Were it not for my tarot deck and the ravens, I would have spoken to no one on my birthday.
I asked about Antoinette. I drew the three of coins, the "genius" card. Well, she was, and she was proud of it, too.
I asked about God through Binoculars and drew the queen of coins. Okay.
I asked if the deck wanted to convey any special birthday message. I drew the page of wands, what I call the "hippie" card. The deck was mistaking me for a younger version of myself. Joan Bunning, my favorite tarot interpreter, says that the message of this card is "Be creative. Be enthusiastic. Be confident. Be courageous." I'll get right on that. And I'll get smashed in the face. Pass.
I asked about Ted; I drew The Star, a card of hope. I hope he croaks. I hope I never forget what a bastard he is. I hope I win the lottery so I can afford a boy toy.
I said, I have been so alone in my life. Have I had any companion, even a spiritual one, a guide, a ghost, a guardian angel?
I drew the nine of coins. She is one of two distinctly solitary women in tarot. The other, the queen of swords, is known as the widow. I have never been married so I cannot be she. The nine of coins is elegant; she makes her own way in the world, keeps her own counsel, and is accompanied only by the ornament on her wrist: a falcon.
I liked it that I have some ephemeral guide who is herself an independent woman who likes birds.
I walk the same route every time: the annual garden, the perennial garden, the rhododendron garden, the wetlands garden – not so wet now. The pond, the hill, Mount Defiance, the orchard, the lilacs, the sundial, the azaleas, the magnolias, the manor house, the weeping cherry, and then back. Following the same route every time, I don't have to think, "Where is my body going?" I can follow my mind.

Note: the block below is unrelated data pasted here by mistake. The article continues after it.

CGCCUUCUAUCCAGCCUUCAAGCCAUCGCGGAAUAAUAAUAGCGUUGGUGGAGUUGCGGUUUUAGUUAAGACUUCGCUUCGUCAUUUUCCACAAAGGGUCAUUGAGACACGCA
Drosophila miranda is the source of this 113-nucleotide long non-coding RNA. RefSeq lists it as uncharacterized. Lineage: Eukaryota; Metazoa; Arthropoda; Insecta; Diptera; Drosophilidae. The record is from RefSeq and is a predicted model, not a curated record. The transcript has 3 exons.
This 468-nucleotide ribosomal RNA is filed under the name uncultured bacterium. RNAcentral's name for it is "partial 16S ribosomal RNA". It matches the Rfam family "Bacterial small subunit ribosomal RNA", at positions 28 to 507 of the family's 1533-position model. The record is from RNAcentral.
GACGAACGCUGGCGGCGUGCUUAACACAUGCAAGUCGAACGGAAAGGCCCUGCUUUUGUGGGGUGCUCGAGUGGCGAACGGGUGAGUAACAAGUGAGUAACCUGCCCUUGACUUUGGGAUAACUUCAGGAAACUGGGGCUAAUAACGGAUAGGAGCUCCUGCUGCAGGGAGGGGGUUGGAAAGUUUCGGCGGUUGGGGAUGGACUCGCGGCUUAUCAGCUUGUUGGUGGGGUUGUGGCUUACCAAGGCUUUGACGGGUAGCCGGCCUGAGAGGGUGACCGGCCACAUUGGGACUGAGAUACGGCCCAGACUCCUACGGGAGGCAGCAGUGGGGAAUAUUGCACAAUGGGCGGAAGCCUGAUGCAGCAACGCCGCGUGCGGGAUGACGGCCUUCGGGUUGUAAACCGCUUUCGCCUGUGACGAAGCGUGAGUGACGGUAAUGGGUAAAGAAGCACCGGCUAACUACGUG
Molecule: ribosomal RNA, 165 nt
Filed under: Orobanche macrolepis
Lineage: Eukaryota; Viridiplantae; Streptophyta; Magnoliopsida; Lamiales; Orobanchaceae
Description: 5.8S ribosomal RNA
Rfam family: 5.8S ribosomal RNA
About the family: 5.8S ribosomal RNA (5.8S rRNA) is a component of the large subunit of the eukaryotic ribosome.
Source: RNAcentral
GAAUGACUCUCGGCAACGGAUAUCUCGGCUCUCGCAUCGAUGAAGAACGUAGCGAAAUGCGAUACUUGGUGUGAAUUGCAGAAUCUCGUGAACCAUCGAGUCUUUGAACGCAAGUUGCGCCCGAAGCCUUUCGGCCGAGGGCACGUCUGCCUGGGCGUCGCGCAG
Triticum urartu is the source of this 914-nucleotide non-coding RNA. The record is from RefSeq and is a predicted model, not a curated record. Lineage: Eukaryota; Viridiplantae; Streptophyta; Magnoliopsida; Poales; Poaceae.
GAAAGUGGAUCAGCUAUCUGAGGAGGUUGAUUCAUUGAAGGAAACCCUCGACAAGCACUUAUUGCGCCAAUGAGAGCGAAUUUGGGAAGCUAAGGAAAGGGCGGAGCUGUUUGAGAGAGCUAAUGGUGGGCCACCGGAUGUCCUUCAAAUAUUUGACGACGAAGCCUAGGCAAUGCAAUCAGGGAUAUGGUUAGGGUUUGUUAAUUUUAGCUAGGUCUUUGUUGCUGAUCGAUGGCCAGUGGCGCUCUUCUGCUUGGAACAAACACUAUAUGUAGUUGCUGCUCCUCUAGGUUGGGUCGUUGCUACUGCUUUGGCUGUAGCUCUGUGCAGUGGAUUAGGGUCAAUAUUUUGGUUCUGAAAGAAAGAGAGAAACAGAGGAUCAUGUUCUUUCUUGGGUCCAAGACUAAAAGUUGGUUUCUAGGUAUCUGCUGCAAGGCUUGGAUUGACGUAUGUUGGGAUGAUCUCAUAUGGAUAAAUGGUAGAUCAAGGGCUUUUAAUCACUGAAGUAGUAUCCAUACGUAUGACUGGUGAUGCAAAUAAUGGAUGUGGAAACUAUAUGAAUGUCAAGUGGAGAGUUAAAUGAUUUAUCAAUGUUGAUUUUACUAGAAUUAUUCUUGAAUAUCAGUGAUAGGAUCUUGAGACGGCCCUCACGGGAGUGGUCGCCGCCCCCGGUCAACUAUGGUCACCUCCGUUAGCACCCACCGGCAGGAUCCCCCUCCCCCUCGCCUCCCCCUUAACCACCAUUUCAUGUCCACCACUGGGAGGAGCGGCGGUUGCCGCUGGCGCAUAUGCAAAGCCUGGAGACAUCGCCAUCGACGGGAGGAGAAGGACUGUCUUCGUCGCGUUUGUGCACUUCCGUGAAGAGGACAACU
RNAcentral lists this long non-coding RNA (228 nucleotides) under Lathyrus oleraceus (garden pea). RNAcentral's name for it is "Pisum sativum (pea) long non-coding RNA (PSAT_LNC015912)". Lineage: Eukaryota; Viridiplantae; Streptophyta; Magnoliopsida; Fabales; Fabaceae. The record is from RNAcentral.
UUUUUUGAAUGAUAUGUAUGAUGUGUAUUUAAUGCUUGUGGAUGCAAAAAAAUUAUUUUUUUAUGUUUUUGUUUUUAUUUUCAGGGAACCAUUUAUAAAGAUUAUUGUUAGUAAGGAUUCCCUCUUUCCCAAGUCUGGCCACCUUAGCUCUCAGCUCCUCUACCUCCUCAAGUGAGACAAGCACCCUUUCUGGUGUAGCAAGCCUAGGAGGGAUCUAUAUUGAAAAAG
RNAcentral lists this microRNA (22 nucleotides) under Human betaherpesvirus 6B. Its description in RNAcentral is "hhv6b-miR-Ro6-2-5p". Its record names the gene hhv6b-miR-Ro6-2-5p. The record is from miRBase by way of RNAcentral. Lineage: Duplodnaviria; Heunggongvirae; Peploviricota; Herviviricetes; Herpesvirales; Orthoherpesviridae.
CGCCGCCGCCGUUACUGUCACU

When I am at Skylands, the story I tell myself is a World War II story. It involves huge ethical questions as played out in England and Germany in the occupation and the post-occupation eras.
On Mount Defiance, I heard a raven. "Croak, croak, croak."
I responded. My raven is pretty good. "Croak, croak, croak."
The raven responded. "Croak, croak, croak." Maybe a little closer.
This went on for a while. I think even the raven got bored.
I thought about children in Syria. They were born. They were beautiful and worthy. They heard an explosion. Their former home pulverized to toxic dust; they breathed it in as they died, under rubble. They never got to fall in love, bake cookies, take a hot bath, watch birds. God creates people who live stunted lives and die alone. Why?
I cut some Sulphur shelf bracket fungus off of an oak tree. It really does taste just like chicken.
During the drive home NPR broadcast an interview with Colin Dickey, author of Ghostland: An American History in Haunted Places. Dickey said that there are predictable archetypes in American ghost stories: tragic slaves, tragic Indians, and tragic spinsters. Women who never marry make scary evil ghosts.
As I drove, I debated with myself. "Buy take-out food? Go head. Give yourself a treat."
I go through this every year. I am poor and I am cheap. I can't bring myself to spend any money.
No take-out food.
I went to bed realizing the day had not been horrendous, because I'm resigned to it. I didn't expect. No one is going to realize it's my birthday and do something special. I am not that person; I was not issued that life.